Just skimming through old messages, and came across this thread
with the comment:
Interesting that it has a retailers label on â€˜Cascade Englandâ€™ I have seen that two times before both on Holmegaard Gull vases (I know the label for 1960s 70s items) â€“ not saying that it is Holmegaard but it feels imported from Scandinavia.
It's a shame that Adam doesn't mention the colours of the Cascade-labelled vases.
Reading through several threads on here to do with Cascade, the loose concensus seems to be that they were an importers. Could it be possible that rather than being an importer, they were producing Scandi designs under license in the UK? It's just speculation, but I'm not sure pieces actually made by Holmegaard would have been re-labelled, as the design and interior magazines of the period that I have seem to regard Holmegaard quite highly, and it was sold fully advertised by Heal's department store - so I can't see much point in putting the label of a lesser company on the glass.
And culled from another thread, which may back up my specualtion (emphasis mine):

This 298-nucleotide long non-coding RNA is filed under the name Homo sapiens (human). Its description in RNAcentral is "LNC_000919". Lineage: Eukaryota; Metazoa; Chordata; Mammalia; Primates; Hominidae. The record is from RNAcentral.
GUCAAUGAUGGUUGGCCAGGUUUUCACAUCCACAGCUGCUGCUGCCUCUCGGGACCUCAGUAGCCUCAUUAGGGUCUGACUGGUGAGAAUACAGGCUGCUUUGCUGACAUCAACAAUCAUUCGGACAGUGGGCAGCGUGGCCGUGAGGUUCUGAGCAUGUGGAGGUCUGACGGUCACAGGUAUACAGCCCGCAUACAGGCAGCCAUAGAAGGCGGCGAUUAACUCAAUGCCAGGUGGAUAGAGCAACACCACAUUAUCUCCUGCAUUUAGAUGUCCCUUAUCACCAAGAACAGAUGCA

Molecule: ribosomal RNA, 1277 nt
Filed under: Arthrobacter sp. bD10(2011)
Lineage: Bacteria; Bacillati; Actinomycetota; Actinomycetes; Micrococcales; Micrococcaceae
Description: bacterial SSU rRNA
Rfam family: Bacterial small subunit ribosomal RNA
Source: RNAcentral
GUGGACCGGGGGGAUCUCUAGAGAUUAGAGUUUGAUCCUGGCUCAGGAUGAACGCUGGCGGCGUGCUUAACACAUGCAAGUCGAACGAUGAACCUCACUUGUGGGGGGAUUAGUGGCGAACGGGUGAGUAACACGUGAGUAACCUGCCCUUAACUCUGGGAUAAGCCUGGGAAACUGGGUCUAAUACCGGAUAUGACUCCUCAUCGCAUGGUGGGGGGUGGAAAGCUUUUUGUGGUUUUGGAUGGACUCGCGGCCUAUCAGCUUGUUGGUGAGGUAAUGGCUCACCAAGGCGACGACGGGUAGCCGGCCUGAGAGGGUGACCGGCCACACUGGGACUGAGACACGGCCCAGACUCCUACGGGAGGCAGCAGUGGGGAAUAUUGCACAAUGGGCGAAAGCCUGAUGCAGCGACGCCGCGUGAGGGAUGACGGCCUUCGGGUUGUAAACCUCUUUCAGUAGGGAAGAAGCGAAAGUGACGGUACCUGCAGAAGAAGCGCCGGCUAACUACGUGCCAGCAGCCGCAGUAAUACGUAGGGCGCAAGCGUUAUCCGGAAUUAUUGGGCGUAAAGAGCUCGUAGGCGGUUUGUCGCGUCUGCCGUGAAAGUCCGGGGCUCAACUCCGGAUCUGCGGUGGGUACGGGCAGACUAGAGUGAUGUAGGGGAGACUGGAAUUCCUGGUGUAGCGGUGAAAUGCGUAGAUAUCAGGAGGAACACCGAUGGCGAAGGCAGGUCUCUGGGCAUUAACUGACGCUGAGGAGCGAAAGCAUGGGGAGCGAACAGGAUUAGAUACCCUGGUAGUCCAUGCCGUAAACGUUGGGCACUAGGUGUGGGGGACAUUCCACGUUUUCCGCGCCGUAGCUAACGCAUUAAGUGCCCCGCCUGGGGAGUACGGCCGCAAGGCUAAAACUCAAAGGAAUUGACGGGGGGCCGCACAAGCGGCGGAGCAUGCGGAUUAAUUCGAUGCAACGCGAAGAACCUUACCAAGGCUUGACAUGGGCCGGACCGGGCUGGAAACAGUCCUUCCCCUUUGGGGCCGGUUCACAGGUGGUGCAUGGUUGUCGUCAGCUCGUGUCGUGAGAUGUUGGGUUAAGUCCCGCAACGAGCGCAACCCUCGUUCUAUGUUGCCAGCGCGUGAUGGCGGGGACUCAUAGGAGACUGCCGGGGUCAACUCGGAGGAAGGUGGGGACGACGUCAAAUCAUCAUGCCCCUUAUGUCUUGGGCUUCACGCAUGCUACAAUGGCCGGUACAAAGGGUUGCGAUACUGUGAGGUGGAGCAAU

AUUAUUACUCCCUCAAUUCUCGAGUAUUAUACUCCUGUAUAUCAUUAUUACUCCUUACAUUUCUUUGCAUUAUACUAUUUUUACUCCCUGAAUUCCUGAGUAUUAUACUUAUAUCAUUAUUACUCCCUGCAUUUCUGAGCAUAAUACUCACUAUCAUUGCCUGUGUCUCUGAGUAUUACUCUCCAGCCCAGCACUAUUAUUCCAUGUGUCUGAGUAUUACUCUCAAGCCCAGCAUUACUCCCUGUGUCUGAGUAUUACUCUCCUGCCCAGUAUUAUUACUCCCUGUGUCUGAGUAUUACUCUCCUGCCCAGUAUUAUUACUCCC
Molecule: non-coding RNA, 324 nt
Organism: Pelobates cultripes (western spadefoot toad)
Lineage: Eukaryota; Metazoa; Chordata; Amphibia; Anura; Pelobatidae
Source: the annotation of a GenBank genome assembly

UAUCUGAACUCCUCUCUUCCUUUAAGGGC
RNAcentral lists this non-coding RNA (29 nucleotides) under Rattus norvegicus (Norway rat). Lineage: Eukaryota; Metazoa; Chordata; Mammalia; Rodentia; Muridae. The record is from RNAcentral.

I have a recollection that "Cascade Glass" was a trade mark used ( with a black and silver label of a fountain cascading down by one of our pressware comeptitors now defunct. So it may be Waterstone Glass of Wath upon Wear near Rotherham, Wodd Bros, or Trent Valley.
I have not seen a catalogue for ages, and I left my archives on defunct British Glass to the Broadfield House Museum in Kingswinford, near Stourbridge. A call to Roger Dodsworth the curator ( and author of "British Glass between the Wars" may solve the mystery!
The blue looks like Waterstone who made mainly bottles and ashtrays and a few things like eye baths in that blue. (See Eyebath website for Woods as well!)
Sorry not a definite solution but a lead perhaps...
Fancy giving away my archives in July and deciding in September to start collecting British Domestic Glass! Doah! What a plonker!
So if anyone just happens to be passing Broadfield....